There are some lovely design details with this watch. The case-band arcs inwards near its dorsal plane, making the circumference of the case-back smaller than the circumference of the dial. The lugs gracefully curve downwards and the capstan-like push-pieces are very attractive.
I seldom pass comment on straps, but in this case the dark brown leather strap is particularly handsome. It has a shiny appearance and is paired with a stainless steel and titanium folding clasp.
The DiaMaster Ceramic Automatic Chronograph XXL is equipped with the ETA 2894-2 automatic movement.
As part of the industrial giant, the Swatch Group, Rado is able to enjoy its parent company’s economies of scale and, in so doing, deliver impressive value for money. Furthermore, there are many skills and competences within the Swatch Group which Rado can draw upon e.g. ETA.
The balance within the ETA 2894-2 has a frequency of 28,800 VpH (4Hz). The movement contains 37 jewels and the power reserve is sufficient to deliver 42 hours of autonomy. The movement has been personalised for Rado with the fitment of a black, branded oscillating mass. In addition, the central bridge has been adorned with an exquisite application of perlage.
The chronograph push-piece at 2 o’clock necessitates a firm press to actuate albeit it does have a positive action and performs satisfactorily. The push-piece at 4 o’clock does not require as much effort when resetting the chronograph hands. While this cam-actuated chronograph lacks the silken action of a column-wheel chronograph, it performed perfectly well whilst in my possession.
I have never reviewed a Rado watch up to this point, but based on this impressive performance I will be returning to the brand again. The Rado DiaMaster Ceramic Automatic Chronograph XXL is superb and I especially like its large, easy-to-read display.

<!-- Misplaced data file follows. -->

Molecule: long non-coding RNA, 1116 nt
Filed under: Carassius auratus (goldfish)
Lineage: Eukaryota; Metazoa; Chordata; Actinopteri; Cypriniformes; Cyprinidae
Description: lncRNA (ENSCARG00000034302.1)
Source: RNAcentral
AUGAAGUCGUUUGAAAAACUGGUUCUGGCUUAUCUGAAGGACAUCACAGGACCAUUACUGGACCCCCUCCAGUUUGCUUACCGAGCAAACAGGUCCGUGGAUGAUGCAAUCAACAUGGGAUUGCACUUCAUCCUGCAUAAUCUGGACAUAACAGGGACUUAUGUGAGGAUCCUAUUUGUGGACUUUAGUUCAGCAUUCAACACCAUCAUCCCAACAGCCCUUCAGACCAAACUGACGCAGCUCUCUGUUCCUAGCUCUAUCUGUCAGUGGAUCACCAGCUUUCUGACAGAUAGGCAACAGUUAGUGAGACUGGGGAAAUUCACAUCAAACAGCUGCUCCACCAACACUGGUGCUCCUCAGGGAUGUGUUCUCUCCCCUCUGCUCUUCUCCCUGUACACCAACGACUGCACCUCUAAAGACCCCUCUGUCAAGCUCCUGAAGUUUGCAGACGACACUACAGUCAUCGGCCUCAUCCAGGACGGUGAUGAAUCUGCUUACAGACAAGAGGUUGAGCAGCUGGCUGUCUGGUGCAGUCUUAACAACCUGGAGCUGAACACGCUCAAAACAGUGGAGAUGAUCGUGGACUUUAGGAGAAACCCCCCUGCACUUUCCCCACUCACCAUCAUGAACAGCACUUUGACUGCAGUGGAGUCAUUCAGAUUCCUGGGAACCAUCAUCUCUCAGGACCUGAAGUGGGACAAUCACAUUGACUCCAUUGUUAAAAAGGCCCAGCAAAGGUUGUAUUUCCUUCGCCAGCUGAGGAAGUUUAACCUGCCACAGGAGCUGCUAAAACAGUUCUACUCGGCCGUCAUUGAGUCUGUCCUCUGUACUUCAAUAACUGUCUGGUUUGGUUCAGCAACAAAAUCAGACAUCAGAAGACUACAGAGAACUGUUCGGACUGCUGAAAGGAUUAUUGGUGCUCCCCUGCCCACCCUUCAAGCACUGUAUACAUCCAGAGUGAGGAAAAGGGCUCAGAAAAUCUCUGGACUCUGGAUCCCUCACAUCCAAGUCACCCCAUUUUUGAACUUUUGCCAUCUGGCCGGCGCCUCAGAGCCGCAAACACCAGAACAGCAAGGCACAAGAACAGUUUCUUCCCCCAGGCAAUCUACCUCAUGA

The most notable aspect of the DiaMaster Ceramic Automatic Chronograph XXL is the use of plasma high-tech ceramic for the creation of the case, crown and pushers. The case looks like metal but surprisingly it doesn’t contain any metal. Furthermore, the plasma high-tech ceramic case is hypoallergenic.
This horological leviathan may prove too large for some would-be buyers. However, for those individuals with sufficiently large wrists, the DiaMaster Ceramic Automatic Chronograph XXL grants an agreeable fit, courtesy of its arcing lug design.
Returning to my fussy nature, I cannot deny the scratch-resistant properties of this timepiece proffer much appeal. Indeed, the notion of a timepiece free of annoying scratches will resonate with many readers who share my obsession with the new and pristine. However, there are many other attributes, such as the delightfully presented movement and the chronograph complication, which make this watch worthy of consideration.
Model: Rado DiaMaster Ceramic Automatic Chronograph XXL
Case: Plasma High-tech ceramic; diameter 45mm; height 12.6mm; sapphire crystal to front and case-back; water resistant to 10 ATM (100 metres)
Functions: Hours; minutes; chronograph; small seconds; date
Movement: ETA 2894-2; Self-winding movement; frequency 28,800 VpH (4Hz); 37 jewels; power reserve = 42 hours
Strap: Dark brown leather strap supplied with a stainless steel and titanium folding clasp
Price: £3,115 (RRP as at 28.11.2017)
Angus is a self-confessed watch addict and is frequently asked to contribute to various printed magazines and websites around the globe. He also writes for individual watch companies on matters of horology and has appeared on television and radio as an industry expert.